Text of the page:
|New Mexico Fish and Wildlife Conservation Office biologists net Rio Grande silvery minnow. Photo by USFWS|
Stewart Jacks, Assistant Regional Director of Fisheries in our Southwest Region talks about the no-longer-quite-so-grand Rio Grande and our work to conserve this New Mexican fish.
If you need a reminder that the Earth is held together by stone, look to the Sandia and Manzano mountains in central New Mexico. Born of what must have been violent tremors, the Rio Grande slices down a natural rift left behind by massive movements of whole plates of planet Earth that birthed these mountains. Where the southern Rockies end, these new and different mountains emerge. From Placitas to El Paso the west face of a long chain of dry crags reveal the past.
In these tilted wedges, the remains of sea-dwelling creatures swim forever entombed in limestone 10,000 feet above sea level. Along this front of friable mountains, few people live. Night skies are inky black and you feel you can still reach out and touch the cosmos rarely concealed by clouds. No clouds—no rain. The sky governs fate in the American Southwest.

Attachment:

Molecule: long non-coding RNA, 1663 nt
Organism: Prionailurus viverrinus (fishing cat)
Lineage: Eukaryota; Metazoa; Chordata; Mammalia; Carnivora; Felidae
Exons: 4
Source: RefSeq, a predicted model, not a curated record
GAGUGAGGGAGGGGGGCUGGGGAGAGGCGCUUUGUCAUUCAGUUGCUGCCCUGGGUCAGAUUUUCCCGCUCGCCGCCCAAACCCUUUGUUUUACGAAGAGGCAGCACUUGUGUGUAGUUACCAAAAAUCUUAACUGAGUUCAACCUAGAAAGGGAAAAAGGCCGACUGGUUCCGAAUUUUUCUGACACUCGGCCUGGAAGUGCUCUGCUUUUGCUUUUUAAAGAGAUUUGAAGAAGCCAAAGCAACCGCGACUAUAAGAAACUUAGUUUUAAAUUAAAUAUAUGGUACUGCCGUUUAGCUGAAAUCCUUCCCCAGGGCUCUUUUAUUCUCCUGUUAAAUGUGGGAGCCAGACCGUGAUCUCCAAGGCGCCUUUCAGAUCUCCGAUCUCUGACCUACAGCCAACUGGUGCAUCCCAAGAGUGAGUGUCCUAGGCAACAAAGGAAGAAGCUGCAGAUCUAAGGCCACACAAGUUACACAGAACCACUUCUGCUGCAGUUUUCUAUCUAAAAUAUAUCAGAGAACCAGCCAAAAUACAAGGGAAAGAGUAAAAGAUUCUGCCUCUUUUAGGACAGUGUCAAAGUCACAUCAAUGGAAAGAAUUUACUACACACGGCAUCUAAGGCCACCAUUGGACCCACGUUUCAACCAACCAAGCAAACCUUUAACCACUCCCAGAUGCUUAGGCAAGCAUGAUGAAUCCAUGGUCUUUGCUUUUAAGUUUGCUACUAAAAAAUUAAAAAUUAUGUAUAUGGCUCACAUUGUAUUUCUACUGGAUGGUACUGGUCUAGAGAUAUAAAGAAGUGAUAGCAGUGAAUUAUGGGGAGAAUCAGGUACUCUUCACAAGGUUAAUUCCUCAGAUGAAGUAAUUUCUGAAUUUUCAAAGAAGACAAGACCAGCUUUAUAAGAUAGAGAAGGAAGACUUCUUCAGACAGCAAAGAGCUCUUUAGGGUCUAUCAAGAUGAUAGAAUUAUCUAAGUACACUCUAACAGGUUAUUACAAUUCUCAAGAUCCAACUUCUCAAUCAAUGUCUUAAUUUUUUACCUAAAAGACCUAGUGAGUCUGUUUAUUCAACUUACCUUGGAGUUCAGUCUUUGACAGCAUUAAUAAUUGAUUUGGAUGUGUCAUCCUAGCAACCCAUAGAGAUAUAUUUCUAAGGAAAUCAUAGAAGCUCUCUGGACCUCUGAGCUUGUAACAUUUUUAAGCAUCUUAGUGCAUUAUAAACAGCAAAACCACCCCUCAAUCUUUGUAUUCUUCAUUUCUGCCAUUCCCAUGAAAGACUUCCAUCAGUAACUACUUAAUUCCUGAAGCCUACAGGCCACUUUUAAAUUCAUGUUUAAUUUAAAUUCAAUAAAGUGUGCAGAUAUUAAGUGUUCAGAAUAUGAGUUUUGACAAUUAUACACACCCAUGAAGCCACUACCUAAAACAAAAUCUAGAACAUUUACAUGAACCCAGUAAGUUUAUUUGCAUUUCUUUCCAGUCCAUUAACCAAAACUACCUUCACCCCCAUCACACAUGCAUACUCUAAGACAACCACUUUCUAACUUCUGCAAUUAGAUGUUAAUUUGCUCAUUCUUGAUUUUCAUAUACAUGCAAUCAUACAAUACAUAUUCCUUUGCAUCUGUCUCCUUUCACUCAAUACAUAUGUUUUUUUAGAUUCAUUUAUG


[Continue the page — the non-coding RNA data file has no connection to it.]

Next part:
The Rio Grande, as grand as it is, is not the river it once was. Despite the remoteness and sparse population, the river has been thoroughly humanized by command of its water. Rio Bravo del Norte, as the river is called in Mexico, has lost its bravado. It is wild and turbulent no more. A river that once flushed with spring snowmelt and summer freshets—pulses of water that told native minnows ”it’s time to spawn”—has been weakened by manmade structures.
A river wide and braided that carved new paths under its own power, as rivers are in the habit of doing, is now rather oddly perched above its own floodplain through long reaches. Under the summer heat, sun and sand may soak it up leaving cakes of mud and pools soon to pass. Fresh sodden spring sediment rich with ripe cottonwood seeds that regenerate mosaics of riparian woodlands are historic artifacts as prickly water-sucking non-native trees now dominate the depleted river’s rigid course.